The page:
Sunday, June 5, 2011

Beaded Origami Crane: Tutorial

The beaded cranes I made for the Japanese School fundraiser sold well. Imagine that beaded cranes were food and people were starving - that's how well they sold.

On Wednesday - the first day of the sale - all 22 beaded cranes sold. So Mami asked me to make more. I brought 10 into the school that morning, and by the afternoon, they were sold out again. So I made 6 more for the after school sale.

At this time I was starting to get a little anxious because I felt like there was such a high demand for the beaded cranes that I had to spend every freakin' minute I had making them. Plus - the principal of the school had mentioned wanting to place a massive order for cranes as Christmas gifts next year.

This - of course - is all great for the school in Japan, but I hadn't really signed up for this amount of work. To put it into perspective - if I'm only beading the cranes (meaning Mami has already folded them) I can bead 6 - 7 cranes in an hour - without a break. So it took me 3 - 4 hours to bead 22 of them.

You do the rest of the math on that one. Needless to say - I hadn't planned on donating hours upon hours of my time to this project. I just wanted to help out a little. I have things to do people - and they weren't getting done.

So then I took a step back and started to relax. I decided I will make what I can, but I won't let them become a priority or an obligation. I taught Mami how to bead the cranes, so she could help with that part too.

Then I thought - Well hey - if people seem to like these so much, maybe they would like to make them too. So I present, the BEADED ORIGAMI CRANE TUTORIAL!!!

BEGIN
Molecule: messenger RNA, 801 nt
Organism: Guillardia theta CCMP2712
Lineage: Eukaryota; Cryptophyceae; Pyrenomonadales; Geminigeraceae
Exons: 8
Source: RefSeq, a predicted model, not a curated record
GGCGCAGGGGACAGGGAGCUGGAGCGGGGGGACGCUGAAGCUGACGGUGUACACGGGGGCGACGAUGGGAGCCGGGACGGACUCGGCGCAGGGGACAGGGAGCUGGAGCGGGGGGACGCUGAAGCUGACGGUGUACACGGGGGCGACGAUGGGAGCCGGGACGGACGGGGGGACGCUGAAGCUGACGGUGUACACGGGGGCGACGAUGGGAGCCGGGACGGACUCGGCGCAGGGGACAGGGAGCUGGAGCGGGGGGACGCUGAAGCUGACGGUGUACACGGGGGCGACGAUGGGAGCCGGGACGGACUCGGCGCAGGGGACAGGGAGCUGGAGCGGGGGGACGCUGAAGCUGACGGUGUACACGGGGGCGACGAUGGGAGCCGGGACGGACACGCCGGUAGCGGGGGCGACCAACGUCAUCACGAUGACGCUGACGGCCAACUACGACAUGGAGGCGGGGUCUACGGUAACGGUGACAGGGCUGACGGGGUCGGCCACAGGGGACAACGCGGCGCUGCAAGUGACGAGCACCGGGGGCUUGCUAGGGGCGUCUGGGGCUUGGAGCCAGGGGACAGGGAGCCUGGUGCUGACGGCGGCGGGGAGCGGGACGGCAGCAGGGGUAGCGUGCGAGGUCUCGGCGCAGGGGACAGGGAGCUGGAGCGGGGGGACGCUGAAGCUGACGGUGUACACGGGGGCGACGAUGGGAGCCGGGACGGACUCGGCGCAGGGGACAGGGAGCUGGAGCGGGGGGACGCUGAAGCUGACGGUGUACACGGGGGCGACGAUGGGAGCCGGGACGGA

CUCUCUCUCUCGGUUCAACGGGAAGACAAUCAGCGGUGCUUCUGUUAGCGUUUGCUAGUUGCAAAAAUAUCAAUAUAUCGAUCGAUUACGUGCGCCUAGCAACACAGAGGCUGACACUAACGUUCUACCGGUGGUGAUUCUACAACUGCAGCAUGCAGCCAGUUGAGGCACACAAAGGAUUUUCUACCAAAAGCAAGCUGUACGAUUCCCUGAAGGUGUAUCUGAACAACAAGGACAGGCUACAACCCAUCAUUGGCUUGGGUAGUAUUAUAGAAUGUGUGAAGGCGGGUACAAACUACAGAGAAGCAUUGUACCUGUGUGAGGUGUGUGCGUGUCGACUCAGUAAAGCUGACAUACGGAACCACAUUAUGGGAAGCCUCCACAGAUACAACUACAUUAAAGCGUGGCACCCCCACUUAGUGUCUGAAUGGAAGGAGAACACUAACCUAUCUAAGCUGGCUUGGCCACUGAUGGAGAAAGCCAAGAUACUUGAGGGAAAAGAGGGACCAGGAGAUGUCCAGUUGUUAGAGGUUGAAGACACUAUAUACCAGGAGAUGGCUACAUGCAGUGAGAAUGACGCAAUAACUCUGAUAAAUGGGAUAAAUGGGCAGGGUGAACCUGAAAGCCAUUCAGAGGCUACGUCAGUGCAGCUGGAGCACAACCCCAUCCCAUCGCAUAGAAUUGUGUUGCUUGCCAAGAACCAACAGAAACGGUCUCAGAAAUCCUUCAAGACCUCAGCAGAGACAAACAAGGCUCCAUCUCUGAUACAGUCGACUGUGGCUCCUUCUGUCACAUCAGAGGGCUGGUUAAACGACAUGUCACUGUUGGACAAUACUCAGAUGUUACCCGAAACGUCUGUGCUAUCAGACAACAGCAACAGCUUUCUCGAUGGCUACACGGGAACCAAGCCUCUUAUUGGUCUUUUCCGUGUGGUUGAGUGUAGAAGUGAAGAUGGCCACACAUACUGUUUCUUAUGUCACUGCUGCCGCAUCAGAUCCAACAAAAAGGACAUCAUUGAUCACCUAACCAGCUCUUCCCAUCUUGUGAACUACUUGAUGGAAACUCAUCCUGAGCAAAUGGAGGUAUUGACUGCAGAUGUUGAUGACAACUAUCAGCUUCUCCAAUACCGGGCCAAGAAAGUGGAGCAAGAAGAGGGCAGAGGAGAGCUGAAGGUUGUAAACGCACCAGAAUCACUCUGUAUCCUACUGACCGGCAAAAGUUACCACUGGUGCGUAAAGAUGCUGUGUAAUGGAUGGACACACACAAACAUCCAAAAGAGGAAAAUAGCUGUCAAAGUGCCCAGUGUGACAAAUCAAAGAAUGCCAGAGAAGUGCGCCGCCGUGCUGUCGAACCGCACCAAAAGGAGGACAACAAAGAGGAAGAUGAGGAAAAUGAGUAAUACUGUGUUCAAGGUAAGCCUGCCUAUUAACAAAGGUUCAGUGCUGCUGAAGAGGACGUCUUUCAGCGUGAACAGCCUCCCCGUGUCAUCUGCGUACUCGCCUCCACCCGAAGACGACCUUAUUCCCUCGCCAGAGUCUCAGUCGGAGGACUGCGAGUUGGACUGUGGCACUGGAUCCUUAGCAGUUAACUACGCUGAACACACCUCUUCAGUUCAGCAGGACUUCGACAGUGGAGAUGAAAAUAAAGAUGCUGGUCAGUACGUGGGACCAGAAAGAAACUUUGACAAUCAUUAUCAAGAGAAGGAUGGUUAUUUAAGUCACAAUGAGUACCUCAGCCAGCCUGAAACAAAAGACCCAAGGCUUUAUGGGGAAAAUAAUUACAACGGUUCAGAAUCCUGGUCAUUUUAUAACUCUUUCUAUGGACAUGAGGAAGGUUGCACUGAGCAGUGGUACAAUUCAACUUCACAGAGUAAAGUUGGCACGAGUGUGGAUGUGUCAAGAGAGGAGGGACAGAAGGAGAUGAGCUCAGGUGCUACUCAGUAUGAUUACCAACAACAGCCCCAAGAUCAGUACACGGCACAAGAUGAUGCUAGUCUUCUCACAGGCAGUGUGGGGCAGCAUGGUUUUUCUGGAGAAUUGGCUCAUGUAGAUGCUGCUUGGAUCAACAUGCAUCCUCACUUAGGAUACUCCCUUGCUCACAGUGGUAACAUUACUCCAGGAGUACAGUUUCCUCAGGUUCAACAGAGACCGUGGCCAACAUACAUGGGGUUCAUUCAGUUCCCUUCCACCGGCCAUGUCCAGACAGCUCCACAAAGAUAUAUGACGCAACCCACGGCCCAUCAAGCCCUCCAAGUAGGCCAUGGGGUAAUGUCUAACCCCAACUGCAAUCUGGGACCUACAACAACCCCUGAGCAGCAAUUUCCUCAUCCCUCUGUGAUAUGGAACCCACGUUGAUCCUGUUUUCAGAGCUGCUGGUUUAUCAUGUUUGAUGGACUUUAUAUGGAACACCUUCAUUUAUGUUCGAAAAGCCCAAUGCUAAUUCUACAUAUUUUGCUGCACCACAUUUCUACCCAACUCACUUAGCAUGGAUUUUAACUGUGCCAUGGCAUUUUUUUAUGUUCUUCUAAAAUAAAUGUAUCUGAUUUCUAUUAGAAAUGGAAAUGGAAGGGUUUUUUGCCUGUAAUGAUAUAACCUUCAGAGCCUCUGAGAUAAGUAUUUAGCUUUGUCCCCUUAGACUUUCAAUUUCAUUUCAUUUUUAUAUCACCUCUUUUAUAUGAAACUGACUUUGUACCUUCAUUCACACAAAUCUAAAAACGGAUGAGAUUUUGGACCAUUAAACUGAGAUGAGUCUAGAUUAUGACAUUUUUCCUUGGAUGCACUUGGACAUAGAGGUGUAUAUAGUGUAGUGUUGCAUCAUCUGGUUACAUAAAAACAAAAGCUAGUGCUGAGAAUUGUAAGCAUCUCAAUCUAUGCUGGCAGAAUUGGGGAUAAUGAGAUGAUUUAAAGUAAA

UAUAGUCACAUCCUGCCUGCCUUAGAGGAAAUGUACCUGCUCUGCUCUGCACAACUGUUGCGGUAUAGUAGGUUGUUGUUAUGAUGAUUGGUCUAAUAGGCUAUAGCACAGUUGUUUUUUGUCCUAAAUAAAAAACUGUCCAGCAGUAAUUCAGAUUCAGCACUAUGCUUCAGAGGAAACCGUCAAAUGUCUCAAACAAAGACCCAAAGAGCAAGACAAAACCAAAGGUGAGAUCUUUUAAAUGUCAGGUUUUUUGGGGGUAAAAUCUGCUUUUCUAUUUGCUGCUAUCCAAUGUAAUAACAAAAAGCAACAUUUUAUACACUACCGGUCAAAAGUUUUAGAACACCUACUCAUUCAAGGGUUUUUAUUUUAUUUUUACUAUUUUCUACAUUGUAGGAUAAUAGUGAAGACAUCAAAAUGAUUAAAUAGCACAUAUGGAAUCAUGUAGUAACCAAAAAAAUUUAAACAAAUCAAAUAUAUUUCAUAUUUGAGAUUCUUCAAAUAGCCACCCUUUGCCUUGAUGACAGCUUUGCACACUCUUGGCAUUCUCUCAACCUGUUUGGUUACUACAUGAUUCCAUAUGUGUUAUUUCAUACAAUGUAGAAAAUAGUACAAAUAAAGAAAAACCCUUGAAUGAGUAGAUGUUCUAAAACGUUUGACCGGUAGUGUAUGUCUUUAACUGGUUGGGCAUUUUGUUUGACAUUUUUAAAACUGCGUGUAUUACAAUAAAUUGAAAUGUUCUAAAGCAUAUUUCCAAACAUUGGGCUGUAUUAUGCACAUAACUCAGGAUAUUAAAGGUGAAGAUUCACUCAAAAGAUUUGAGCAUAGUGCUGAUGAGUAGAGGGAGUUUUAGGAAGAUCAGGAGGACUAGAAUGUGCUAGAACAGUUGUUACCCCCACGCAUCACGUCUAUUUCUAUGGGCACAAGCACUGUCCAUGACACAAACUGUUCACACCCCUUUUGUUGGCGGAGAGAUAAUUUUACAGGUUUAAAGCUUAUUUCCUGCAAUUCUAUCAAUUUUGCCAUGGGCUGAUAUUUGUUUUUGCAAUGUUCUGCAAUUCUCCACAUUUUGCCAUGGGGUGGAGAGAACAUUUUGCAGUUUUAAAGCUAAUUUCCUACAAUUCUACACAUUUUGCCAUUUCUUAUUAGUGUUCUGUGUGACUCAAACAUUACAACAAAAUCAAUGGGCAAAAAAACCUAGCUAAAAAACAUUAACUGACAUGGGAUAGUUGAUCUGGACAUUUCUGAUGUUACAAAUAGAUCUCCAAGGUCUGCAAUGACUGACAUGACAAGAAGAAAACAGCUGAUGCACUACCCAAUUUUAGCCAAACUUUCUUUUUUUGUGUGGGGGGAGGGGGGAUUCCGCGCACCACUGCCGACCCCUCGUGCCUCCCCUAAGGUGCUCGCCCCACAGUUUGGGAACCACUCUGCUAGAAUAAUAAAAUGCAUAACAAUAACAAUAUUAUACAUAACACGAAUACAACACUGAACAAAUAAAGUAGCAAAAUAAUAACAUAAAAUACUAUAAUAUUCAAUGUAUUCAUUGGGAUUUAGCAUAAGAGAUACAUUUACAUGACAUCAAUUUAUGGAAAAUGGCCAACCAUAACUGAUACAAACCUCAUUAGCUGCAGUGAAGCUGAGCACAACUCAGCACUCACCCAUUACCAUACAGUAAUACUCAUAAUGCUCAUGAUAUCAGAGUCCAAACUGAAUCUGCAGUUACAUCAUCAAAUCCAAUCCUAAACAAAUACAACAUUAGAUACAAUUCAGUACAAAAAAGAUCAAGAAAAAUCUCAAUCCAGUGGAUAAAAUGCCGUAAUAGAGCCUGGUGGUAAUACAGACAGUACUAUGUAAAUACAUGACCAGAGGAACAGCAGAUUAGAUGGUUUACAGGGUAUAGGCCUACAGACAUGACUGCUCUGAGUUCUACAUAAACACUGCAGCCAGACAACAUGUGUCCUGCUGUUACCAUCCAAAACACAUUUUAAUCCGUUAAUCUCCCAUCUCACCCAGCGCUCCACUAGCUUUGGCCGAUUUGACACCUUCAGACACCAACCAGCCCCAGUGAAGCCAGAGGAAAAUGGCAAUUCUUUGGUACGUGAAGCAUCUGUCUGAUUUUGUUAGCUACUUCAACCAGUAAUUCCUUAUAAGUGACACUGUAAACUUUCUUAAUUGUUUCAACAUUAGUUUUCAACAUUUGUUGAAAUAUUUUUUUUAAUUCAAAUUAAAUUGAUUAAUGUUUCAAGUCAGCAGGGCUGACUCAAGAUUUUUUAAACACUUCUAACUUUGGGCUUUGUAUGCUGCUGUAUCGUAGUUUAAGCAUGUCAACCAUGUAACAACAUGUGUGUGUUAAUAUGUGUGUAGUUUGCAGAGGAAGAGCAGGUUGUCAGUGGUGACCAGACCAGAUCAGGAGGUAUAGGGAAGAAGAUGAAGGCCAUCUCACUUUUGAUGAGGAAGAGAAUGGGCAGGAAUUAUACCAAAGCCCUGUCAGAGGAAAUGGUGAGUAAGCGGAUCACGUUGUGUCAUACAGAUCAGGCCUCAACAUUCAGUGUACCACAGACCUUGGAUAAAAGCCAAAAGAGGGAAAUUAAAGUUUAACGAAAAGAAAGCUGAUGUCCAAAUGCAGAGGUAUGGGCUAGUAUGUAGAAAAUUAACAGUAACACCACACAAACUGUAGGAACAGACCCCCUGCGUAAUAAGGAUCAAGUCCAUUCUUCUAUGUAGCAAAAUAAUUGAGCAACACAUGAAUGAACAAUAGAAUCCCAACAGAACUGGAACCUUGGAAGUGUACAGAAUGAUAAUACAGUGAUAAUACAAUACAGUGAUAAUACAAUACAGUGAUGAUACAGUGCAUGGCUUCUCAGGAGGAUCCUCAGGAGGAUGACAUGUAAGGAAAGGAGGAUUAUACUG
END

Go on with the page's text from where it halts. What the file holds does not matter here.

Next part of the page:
Here's what you'll need:

An origami crane. See tutorial here for folding your own.
2 colorful beads (I like glass beads)
2 small beads (I use gold here, but they are usually gold or silver)
1 slightly larger gold bead (or silver)
a heavy thread like a button thread or thin embroidery floss, cut about an arm's length of it
1 long needle

Thread needle and pass it through the crane. Insert it from the opening in the bottom and puncture a hole in the middle of the back. Pull most of the thread through, leaving only about 3 inches sticking out from the bottom.

Slip on the larger of the gold beads and then 1 small gold bead, like so.

Make a loop with the thread and slip the needle back through the beads and crane in reverse order; small gold bead, large gold bead, crane. Bring the needle back out through the small opening at the bottom. Pull through, but leave enough thread for a good loop on top.

Bead the bottom glass beads. You can do this in whatever order you like. For this crane I went small bead, large bead, then the small gold anchor bead. The small anchor bead will always be last because that's the bead that holds the other ones on.

Run the thread back through the beads - but not the anchor again! Just go back through the glass beads in reverse order. You'll pull the thread out at the top of the bead closest to the crane. That meets up with the other loose end of thread.

Now is the time to readjust your thread so you have a nice sized loop at the top. When you have it how you like it, tie a knot in the two loose pieces of thread, directly below the cranes body. I usually ties 3 -4 knots. Then I snip the excess off.

Tie a knot in the top loop of thread to hold the gold beads in place. And VIOLA'! You have a beautiful beaded origami crane!


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